American society is placing an increasing premium on being healthy and looking slim.  With a number of governmental and public health initiatives encouraging Americans to slim down, the fitness industry has seen positive growth without any significant expenditure in marketing.  Although fitness center do spend a significant amount on local advertising like newspaper ads, billboards and direct mail, the industry as a whole is not considerably invested in many marketing channels.  Most fitness centers at the franchise and local level do possess online marketing initiatives.

Travel and Tourism

The travel and tourism industry generated $1.3 trillion in economic output in 2010, while marketing expenditures comprise a very large portion of total revenues.

This industry has seen significant changes in marketing strategies with the introduction online travel companies that offer cut rate vacation packages.  Many of these sites utilize a variety of marketing mediums like television and print, while remaining an online entity with most of the promotions occurring in digital form.

Because tourism and travel is often founded on a partnership between private enterprise and local governments, this industry enjoys fairly large marketing budgets funded by public and commercial entities.  In the past marketing for this industry was based on print, which was easily transmittable to distant locations, but with the globalization of the industry through the internet, online marketing forms like paid ads, emails and search engine marketing have grown to dominate this field.


In 2011, the music industry produced $15.2 billion in revenue, and is projected to grow to $19.8 billion by 2016. Although this may appear to be a staggering sum, the industry as a whole is underperforming due to the prevalence of illegal downloading and the transition from the traditional revenue model of sales through physical and digital mediums.  The industry is moving on to more progressive commercial models like licensing, nontraditional publishing and redesigning production processes.

Similarly, the marketing wing of the industry is trying to utilize new mediums to publicize artists. Because music is an experiential medium, much of the difficulty in marketing songs is providing consumers with enough content to hook them, without giving them all of the music for free.  Because so much of the music industry has migrated online, the most prevalent forms of marketing for this industry are internet based.  Radio, of course, is the most often utilized conventional marketing platform, but online video and social marketing are keys to success in the music industry. Event marketing in the form of live performances also retain enormous importance from a promotional standpoint.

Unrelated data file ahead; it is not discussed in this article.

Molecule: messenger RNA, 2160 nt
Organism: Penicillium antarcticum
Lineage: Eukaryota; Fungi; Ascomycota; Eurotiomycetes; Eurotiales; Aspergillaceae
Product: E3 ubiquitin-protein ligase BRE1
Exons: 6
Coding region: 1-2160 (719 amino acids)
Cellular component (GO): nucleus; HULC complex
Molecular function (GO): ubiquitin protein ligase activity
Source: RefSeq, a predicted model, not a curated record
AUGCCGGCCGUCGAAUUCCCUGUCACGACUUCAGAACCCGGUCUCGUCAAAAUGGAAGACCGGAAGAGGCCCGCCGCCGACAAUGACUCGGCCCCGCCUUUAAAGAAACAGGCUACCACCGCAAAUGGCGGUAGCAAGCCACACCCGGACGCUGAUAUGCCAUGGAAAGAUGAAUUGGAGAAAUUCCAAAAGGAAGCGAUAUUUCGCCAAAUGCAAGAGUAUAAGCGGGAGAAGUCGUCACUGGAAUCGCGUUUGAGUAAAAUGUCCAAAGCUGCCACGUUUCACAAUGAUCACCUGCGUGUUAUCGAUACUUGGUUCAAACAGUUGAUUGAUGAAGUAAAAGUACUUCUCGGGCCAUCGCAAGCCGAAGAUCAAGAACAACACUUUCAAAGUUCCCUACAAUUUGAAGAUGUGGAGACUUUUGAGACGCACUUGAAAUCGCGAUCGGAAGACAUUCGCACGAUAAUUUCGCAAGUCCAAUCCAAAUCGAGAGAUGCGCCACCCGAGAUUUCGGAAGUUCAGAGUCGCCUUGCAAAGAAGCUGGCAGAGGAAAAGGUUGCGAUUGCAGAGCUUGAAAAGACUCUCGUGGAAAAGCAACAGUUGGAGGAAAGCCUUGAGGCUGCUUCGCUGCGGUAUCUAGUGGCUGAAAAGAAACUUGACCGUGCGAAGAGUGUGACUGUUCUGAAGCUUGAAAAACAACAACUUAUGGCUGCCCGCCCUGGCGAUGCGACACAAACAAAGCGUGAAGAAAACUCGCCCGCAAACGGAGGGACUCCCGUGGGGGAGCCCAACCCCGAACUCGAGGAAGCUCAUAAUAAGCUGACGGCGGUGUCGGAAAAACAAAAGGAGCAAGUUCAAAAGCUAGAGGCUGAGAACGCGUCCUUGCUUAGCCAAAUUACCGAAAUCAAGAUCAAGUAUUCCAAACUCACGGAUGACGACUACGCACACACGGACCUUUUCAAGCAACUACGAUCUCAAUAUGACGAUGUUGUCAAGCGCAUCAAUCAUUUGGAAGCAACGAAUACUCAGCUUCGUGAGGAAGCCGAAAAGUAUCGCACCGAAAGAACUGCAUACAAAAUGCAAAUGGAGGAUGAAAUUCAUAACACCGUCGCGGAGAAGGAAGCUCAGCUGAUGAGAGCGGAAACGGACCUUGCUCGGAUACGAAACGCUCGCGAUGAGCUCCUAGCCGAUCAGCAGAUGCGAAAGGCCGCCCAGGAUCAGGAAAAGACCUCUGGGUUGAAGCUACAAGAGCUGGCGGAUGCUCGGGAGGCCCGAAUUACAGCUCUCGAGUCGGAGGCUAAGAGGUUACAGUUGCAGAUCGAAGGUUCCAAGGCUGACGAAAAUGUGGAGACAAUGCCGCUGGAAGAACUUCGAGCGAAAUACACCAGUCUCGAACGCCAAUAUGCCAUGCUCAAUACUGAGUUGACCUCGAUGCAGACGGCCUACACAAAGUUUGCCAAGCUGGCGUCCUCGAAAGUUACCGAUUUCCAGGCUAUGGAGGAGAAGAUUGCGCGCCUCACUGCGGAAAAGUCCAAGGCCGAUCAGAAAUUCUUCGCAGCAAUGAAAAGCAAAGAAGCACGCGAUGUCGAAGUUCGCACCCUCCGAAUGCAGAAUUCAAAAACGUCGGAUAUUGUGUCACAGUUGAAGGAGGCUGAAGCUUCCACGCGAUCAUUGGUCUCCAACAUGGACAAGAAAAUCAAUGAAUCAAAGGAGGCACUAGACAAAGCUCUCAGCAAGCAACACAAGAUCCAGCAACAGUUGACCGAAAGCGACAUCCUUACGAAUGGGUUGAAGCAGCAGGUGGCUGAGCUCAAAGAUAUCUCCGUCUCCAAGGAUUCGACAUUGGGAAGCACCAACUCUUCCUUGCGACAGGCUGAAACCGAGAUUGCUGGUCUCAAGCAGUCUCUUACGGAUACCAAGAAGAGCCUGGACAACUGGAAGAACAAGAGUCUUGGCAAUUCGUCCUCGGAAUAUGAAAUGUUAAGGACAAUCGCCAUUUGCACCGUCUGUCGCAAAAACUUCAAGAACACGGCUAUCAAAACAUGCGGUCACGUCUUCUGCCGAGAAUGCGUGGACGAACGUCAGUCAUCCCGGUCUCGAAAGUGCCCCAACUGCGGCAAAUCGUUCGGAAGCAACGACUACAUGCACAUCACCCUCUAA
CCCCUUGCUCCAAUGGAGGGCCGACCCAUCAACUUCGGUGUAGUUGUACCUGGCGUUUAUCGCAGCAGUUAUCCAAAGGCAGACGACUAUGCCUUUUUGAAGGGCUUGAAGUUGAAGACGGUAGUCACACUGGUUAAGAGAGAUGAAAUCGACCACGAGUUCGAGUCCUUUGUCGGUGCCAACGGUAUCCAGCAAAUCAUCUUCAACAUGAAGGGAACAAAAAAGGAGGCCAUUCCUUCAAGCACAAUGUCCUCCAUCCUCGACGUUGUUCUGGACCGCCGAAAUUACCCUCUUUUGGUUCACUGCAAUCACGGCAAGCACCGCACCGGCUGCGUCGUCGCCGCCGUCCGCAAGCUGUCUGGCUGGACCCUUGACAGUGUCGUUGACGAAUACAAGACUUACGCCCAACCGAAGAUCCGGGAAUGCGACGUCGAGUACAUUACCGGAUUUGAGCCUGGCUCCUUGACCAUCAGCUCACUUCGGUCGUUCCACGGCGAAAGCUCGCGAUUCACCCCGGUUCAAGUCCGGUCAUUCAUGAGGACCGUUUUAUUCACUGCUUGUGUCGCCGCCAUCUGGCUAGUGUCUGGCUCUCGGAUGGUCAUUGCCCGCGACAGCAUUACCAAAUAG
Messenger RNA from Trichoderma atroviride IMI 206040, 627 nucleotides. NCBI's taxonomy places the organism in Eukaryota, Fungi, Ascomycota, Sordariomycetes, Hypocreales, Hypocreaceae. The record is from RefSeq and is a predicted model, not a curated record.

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The employment industry has transitioned to online forums as the most traditional marketing medium, newspapers, has diminished in popularity.  The introduction of many online resources for job hunters has produced important platforms to learn about available positions.  Many important online professional and social networks are also critical procuring employment.  Sites like LinkedIn and Facebook present referrals, which are often essential to landing a job.

Online marketing has held steady for the past decade.  Posting a resume online typically results in an 8% chance of receiving a job interview. A recent study found print ads produce only 3% of job openings found, while online postings produce 31%.  This staggering statistic indicates the significance of online marketing to both job hunters and recruiters.